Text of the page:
Erbil Conference Backlash Demonstrates That Normalization Remains Political Suicide
While we have not seen the last of the Abraham Accords, the one potentially insurmountable obstacle to this project is Arab public opinion
The only true obstacle to Arab countries’ normalization with the Israeli state has been the public fury that such a process would provoke.
The backlash to the summit in Erbil whose participants advocated Iraqi recognition and normalization of ties with "Israel" has provoked some comical back-tracking.
A US spokesman for the American-led ‘anti-ISIS coalition’ pleaded ignorance of the conference’s content or even of it having taken place. Given the awesome surveillance and intelligence-gathering capacities of the United States alone, to say nothing of the rest of the western coalition, the notion that such a politically explosive move would be made entirely under their noses is hard to take seriously.
Even more incredibly, the keynote speaker of the conference, Wissam al-Hardan has reportedly claimed that he did not mean to call for recognition of "Israel" and even that he did not write the WSJ op-ed advocating recognition published under his name. Hardan was the leader of the US-backed tribal ‘Sahwa movement’ that fought against the Iraqi insurgency.
Anger at such an event being held on Iraqi soil worked its way into the solemnities of Arba’een in the Holy City of Najaf.
Such immediate public revulsion underscores that for most Arab governments, the step of recognizing the Israeli entity is a decision that augurs dubious prospects for their political futures.
Almost since the beginning of its engagement in the region after World War II, the US has been keen to construct a regional military and economic alliance that would sew the Israelis and the Arab regimes at the hip. Such a pro-Western bloc was intended to resemble similar economic systems such as the European Economic Community (EEC) and the North Atlantic and South-East Asian Treaty Organisations (NATO, SEATO).
Early US efforts had hoped to make Egypt under President Nasser the key anchor of a pro-Western alliance system, but the first three Arab-Israeli wars from 1948 to 1967 clearly made recognition and normalization a non-starter. The unified command structure of the United Arab Republic lasted only a few years from 1958 and was rendered defunct by the 1961 coups in Syria and North Yemen.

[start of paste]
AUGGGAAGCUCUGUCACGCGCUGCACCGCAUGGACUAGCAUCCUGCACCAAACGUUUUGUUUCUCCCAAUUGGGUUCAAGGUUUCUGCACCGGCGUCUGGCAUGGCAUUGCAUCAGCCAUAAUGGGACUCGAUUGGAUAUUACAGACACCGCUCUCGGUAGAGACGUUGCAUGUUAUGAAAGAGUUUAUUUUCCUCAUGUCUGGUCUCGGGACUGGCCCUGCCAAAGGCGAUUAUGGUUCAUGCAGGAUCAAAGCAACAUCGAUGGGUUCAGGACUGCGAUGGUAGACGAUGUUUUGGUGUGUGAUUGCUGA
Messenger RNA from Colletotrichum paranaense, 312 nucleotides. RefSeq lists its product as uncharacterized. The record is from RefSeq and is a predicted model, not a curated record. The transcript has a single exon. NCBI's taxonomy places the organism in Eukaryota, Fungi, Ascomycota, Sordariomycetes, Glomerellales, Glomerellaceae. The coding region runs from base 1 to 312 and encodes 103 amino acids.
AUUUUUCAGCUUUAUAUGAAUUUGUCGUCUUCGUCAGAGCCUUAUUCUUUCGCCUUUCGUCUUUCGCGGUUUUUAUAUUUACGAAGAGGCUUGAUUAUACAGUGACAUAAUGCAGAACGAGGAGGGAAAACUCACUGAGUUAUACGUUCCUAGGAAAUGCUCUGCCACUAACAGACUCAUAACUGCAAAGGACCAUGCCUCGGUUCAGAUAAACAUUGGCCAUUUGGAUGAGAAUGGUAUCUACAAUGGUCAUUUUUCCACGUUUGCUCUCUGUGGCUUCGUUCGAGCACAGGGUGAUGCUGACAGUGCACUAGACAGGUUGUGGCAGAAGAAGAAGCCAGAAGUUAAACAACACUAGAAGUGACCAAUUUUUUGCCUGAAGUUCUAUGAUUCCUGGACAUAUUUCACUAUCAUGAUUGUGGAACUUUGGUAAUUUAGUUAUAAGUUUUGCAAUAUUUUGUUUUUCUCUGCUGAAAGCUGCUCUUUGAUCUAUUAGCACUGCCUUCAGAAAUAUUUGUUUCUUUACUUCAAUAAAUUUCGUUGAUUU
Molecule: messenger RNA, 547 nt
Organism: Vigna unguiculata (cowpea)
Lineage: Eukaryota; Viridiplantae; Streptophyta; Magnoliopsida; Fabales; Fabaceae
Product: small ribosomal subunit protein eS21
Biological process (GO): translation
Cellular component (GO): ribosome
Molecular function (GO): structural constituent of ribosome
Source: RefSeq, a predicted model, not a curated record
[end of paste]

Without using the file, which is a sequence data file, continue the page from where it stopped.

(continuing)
The creation of the Gulf Cooperation Council in 1981 was arguably the first concrete step in this direction as a reaction to the collapse of the pro-American monarchy in Iran in 1979. The fall of the Pahlavi dynasty also put an end to the initially British-sponsored CENTO alliance which had comprised Iran, Iraq, Turkey, Pakistan, and the UK.
A renewed opportunity for pan-Arab-Israeli integration came in the 1990s with the Israeli-Jordanian peace treaty and the launching of the Oslo ‘Peace Process.’ Prior to his assassination, Israeli Prime Minister Yitzhak Rabin claimed the accords would begin a process of economic integration with the Arab World that would render the Palestinian cause irrelevant. Rabin’s predictions seemed to be bearing fruit by the time of the Trump administration, with the ‘Abraham Accords,’ leading to normalization with the UAE, Bahrain, Sudan, and Morocco. Like much of the Trump foreign policy, the Biden administration has committed to expanding the Abraham Accords to include many more Arab countries, leaving the question of Palestinian self-determination unaddressed.
From the Atlantic to the Persian Gulf, at every point that the Arab countries have stated their position on the Israeli-Palestinian conflict, even the most supposedly ‘radical’ had implicitly accepted recognition of Israel in exchange for its withdrawal from the territories occupied in the Six-Day War of 1967. Since the Israelis never called their bluff, the rulers of the Arab world were spared (or denied) the opportunity to follow through on their rhetoric.
The envisioned military dimension to this process is now called the Middle East Strategic Alliance (MESA), which has often been described as a Middle Eastern NATO that would act on behalf of US interests in the region. Again, the projected core of this alliance would be Egypt, Jordan, and the GCC states, and possibly "Israel".
While we have not seen the last of the Abraham Accords, the one potentially insurmountable obstacle to this project is Arab public opinion. Dissident groups in the UAE have already formed movements opposing normalization. The uproar in Iraq will doubtless also be on the minds of the Saudi regime as it remains the most significant and likely regional state considering formal recognition of "Israel".
The Western mainstream will wax lyrical about the historic nature of such agreements but in the long run, any Arab state that maintains open relations with Tel Aviv is playing a dangerous game with their domestic legitimacy. The Palestinian cause is and will remain the totemic Pan-Arab cause and any moves seen to abandon it will further empower the ‘Axis of Resistance,’ and similar movements committed to ending the Western domination of the region.